As war movies go, ho-hum. Saving Private Ryan set a good example of how a war movie should look like, and still directors don't achieve that level, even if they are inspired by it. I can't quite figure out what's holding them back. It does work.
But as alien invasion movies go, it's the most "grounded." You won't find any brain-sucking aliens in this movie, or U.S. presidents in fighter jets, or Microsoft viruses infecting the alien mothership, or aliens suddenly catching the flu and dying off soon after the attack. Because what I mean by being very "grounded" is the opposite extreme. It's not a movie about aliens, it's a movie about Marines at war, and while they are fighting aliens, there is nothing particularly "alien" about them when it comes to battle -- they're just tougher to kill.
Therein lies the reality-flaw: aliens able to travel from another star (presumably) and swarm our planet shouldn't be using ballistic firearms, they'd be using something a lot more deadly and advanced. Gas? Lasers? Chemical / viral drops? And even if they went ballistic, the shells ought to at least be armor-piercing and heat-sinking. While the alien machinery was tough to beat, it wasn't impossible, and it didn't seem to possess technology that was in advance of ours. In fact, they didn't even seem to have gravity control, but rather their ships flew rocket- style. That's just so 50's, isn't it?
There are many complaints about the shaky hand-cam effect in Battle: Los Angeles. Really? NOW everyone's complaining, after a hundred jiggling action movies in the last 10 years that have driven me to CVS upon leaving the theater? Even as a shaky-cam movie, it wasn't nearly as hard to watch as just a few minutes a Michael Bay movie.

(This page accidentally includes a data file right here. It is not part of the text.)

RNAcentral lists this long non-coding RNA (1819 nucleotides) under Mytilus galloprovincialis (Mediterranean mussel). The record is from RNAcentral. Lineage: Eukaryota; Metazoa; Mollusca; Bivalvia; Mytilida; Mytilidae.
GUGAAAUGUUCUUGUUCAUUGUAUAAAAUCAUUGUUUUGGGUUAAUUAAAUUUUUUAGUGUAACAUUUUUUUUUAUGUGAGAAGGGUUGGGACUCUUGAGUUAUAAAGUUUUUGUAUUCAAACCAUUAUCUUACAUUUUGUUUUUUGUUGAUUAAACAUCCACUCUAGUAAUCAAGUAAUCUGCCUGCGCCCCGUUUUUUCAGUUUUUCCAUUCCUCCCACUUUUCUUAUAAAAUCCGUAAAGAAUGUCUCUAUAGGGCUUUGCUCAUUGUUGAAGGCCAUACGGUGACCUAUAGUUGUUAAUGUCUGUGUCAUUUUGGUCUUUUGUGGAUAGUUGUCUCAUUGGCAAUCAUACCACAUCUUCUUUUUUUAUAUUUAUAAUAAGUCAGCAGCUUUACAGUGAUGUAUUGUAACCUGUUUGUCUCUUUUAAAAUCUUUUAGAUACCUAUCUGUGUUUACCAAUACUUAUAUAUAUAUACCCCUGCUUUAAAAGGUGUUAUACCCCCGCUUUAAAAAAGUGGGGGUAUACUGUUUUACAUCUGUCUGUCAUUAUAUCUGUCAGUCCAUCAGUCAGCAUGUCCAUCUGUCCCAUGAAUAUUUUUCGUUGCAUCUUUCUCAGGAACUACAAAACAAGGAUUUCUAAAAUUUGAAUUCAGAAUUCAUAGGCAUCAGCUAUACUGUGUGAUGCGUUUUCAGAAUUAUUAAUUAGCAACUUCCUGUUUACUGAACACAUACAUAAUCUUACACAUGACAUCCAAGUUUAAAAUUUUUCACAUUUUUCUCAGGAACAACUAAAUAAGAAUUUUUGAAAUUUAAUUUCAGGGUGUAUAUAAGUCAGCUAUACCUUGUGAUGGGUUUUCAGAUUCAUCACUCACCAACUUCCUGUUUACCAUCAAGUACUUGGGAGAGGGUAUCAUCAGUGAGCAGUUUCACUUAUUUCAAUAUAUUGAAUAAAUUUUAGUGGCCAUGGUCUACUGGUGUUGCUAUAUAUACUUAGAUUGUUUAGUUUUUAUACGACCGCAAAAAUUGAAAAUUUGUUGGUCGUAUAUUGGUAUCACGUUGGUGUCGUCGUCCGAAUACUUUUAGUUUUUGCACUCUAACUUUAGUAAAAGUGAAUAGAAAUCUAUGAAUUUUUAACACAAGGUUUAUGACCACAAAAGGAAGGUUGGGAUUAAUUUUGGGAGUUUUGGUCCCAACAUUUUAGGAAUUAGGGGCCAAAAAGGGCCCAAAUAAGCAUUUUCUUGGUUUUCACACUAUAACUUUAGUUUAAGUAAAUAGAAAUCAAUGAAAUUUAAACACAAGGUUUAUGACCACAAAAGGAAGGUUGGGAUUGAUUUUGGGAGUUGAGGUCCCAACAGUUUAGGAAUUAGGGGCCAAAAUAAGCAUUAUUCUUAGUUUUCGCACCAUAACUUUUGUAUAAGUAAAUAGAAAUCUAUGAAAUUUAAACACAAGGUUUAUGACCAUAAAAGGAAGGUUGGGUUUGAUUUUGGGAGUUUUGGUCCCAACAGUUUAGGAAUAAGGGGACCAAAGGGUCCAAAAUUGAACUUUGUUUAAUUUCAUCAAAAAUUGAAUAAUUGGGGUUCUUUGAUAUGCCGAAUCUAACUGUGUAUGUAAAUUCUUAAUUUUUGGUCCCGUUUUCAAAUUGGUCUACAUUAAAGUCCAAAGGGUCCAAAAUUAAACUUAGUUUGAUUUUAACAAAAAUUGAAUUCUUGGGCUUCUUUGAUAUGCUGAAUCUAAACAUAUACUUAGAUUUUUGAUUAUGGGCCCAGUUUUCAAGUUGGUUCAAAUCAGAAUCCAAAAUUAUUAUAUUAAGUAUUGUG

It's like all the cameramen these days have Parkinson's.
And yet despite that I gave it 7 stars out of 10 here, which is pretty high, and I suppose I did that for a couple of reasons.
One, it was the most superior alien invasion movie that's been done to date. It divorced itself from the ideas behind Independence Day, War of the Worlds (remake), The Day the Earth Stood Still (remake), and Skyline, and tried to deal out all-out destruction without any over- ambitious science fiction ideas or save-the-earth-from-humans propaganda. I appreciated that, although I wished there was more "Sci-Fi" and less "Marines." Aliens struck a much more satisfying balance between the two, and had better plotting, better pacing, and a cooler foe.
Two, while the movie didn't take a lot of time to develop characters, the actors were strong performers that felt tangible and empathetic. I felt I was there with them, and that's where a lot of genre movies fail. They felt more like real people than actors playing people from a memorized script.
But as a science fiction movie about alien visitation (not necessarily war), it's way, way down on the interest list. District 9 was much more compelling.